Conference · Investment · Medical Devices

Device Talks Boston – A Recap

Last week I had the pleasure of spending a few days in Boston attending two separate life science events, Device Talks and McDermott Will & Emery’s Life Sciences Dealmaking Symposium.  Although I love spending time in Boston, which is booming, I wish these events had been another week as I was not at home for my wife’s birthday (FaceTime is nice but it doesn’t replace the real thing).  Fortunately, I have a super supportive wife and I tried making up for it, but one more time…happy birthday!  Today, I want to focus on the Device Talks event and what I learned.

Boston Skyline

Because the two events overlapped I was only able to attend Device Talks on Monday and Tuesday.  As you probably guessed, the event was focused on medical device companies.  There were a wide range of companies there, from the largest device companies to early stage companies and everything in between, along with investors and service providers.  There were three concurrent tracks – Ecosystem, Technology and Investment – that you could pick and choose from depending on what interested you.  For Tuesday I attended only the Investment sessions and was very pleased with the content.

I attended two of the sessions, the first focused on the use of Strategic investors and the second focused on the risks facing companies as the mature.  It seems to me that most of these events now have a panel on strategic investors or corporate venture and rightfully so as this is a large source of capital.  Some takeaways were that strategics have a time horizon of 24-36 months when they make an investment.  For the majority of products they want the product to be in the market and producing revenue within that time frame or they will not be very interested unless your product is a completely new product.  They essentially were saying that they want the product to be as derisked as possible.  They are also looking to fill holes within their portfolio.  They may do a deal simply to fill in a gap that their competitors can offer and might be less about the economics of the deal. If they can prevent their competitor from getting shelf space and getting a foot in their door for their other products then smaller deals to prevent this scenario could make sense for them.

Device Talks Presentation

The second session was about thinking about the risks emerging companies might face and how to overcome those when seeking investment or acquisition.  The panel was a mix of investors and attorneys.  This panel started out discussing that M&A deal activity is down as far as dollars are concerned compared to 2017 but if you took out the mega deals in 2017 the average deal size is actually up.  Similar to Corporate VC’s, investors are looking for companies to be more accretive to revenue faster and this is especially true when compared to biotech.  Interesting tidbit, biotech companies are sitting on an average of two years’ worth of cash.  The panel had the following suggestions to help derisk your company/product:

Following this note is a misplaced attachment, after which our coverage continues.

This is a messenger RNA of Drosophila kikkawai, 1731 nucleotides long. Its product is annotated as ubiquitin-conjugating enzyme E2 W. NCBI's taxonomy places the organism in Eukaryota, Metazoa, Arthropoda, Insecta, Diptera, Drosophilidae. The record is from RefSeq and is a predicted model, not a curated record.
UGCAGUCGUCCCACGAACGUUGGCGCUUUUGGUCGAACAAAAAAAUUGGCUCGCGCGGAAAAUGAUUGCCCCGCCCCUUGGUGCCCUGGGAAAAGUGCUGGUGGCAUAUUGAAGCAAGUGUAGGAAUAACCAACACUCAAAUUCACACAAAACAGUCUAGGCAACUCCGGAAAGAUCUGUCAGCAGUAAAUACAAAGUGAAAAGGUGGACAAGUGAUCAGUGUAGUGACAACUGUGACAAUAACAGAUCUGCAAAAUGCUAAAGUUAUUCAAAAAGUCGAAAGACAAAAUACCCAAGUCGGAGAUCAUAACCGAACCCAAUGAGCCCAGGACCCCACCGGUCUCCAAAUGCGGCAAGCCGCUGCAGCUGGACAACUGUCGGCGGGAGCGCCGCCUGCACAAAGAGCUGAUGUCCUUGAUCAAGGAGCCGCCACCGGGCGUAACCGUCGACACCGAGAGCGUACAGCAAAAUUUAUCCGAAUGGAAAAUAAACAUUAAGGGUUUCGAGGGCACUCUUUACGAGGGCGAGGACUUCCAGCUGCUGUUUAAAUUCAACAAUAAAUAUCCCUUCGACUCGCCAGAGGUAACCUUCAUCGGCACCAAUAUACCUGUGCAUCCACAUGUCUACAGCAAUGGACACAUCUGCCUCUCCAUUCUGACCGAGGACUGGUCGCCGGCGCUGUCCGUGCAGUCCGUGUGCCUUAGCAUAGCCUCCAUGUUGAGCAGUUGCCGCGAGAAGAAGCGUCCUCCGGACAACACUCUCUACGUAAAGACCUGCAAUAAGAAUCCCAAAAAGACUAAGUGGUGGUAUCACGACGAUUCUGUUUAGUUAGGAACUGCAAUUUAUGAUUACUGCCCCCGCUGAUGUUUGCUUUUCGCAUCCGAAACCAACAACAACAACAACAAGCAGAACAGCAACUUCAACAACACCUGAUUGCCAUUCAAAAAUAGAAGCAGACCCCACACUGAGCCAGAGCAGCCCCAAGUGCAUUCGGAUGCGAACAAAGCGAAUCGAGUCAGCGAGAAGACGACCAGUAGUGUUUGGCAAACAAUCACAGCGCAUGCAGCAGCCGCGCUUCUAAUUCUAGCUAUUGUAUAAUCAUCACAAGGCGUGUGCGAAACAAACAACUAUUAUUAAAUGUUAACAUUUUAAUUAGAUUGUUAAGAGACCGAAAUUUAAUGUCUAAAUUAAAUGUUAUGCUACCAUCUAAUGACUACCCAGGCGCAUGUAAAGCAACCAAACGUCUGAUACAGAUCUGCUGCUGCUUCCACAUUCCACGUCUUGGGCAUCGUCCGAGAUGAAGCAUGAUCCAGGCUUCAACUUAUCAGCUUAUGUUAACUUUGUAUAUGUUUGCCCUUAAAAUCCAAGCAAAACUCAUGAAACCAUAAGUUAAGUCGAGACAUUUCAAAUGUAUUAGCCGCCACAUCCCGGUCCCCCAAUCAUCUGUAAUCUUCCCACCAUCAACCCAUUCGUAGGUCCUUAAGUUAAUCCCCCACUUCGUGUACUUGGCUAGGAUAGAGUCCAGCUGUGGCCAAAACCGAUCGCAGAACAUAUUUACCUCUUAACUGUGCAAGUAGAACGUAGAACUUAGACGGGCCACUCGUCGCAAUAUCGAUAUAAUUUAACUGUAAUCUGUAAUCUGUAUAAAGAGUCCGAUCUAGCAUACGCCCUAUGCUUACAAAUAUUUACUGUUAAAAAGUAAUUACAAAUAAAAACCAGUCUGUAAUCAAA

• Reimbursement is and will continue to be very important. Investors want to know companies have a track for reimbursement and it was suggested that you bring in reimbursement specialists early because it can be a stumbling block for getting a deal done.
  • Along the same lines, bring in a regulatory specialist early.
  • When raising money, make sure your goals are aligned with your investors and they are a good fit for what you want to accomplish, there is a lot of money out there so don’t necessarily take the first check that you are offered.
  • Be honest and transparent when engaging with investors or a company that might acquire you. The starting price is usually the top number you can get and if skeletons are found in the closet it could derail the whole deal or reduce the price.  If you lay out issues from the get go before a number is agreed upon you will be in a much better position long term.
  • Listen, keep your ears open. The industry is constantly innovating and you want to be able to adapt.  Don’t be afraid to take advice (I think this could be applied to most industries).

The second panel was excellent and unique in the makeup of the panelists, more attorneys than you would expect but all with diverse backgrounds and specialties.  Although I only attended half of the event, I learned a lot and would recommend if you are an emerging company that you attend this in the future.  There is a lot to learn and a good mix of companies that would be worth meeting.

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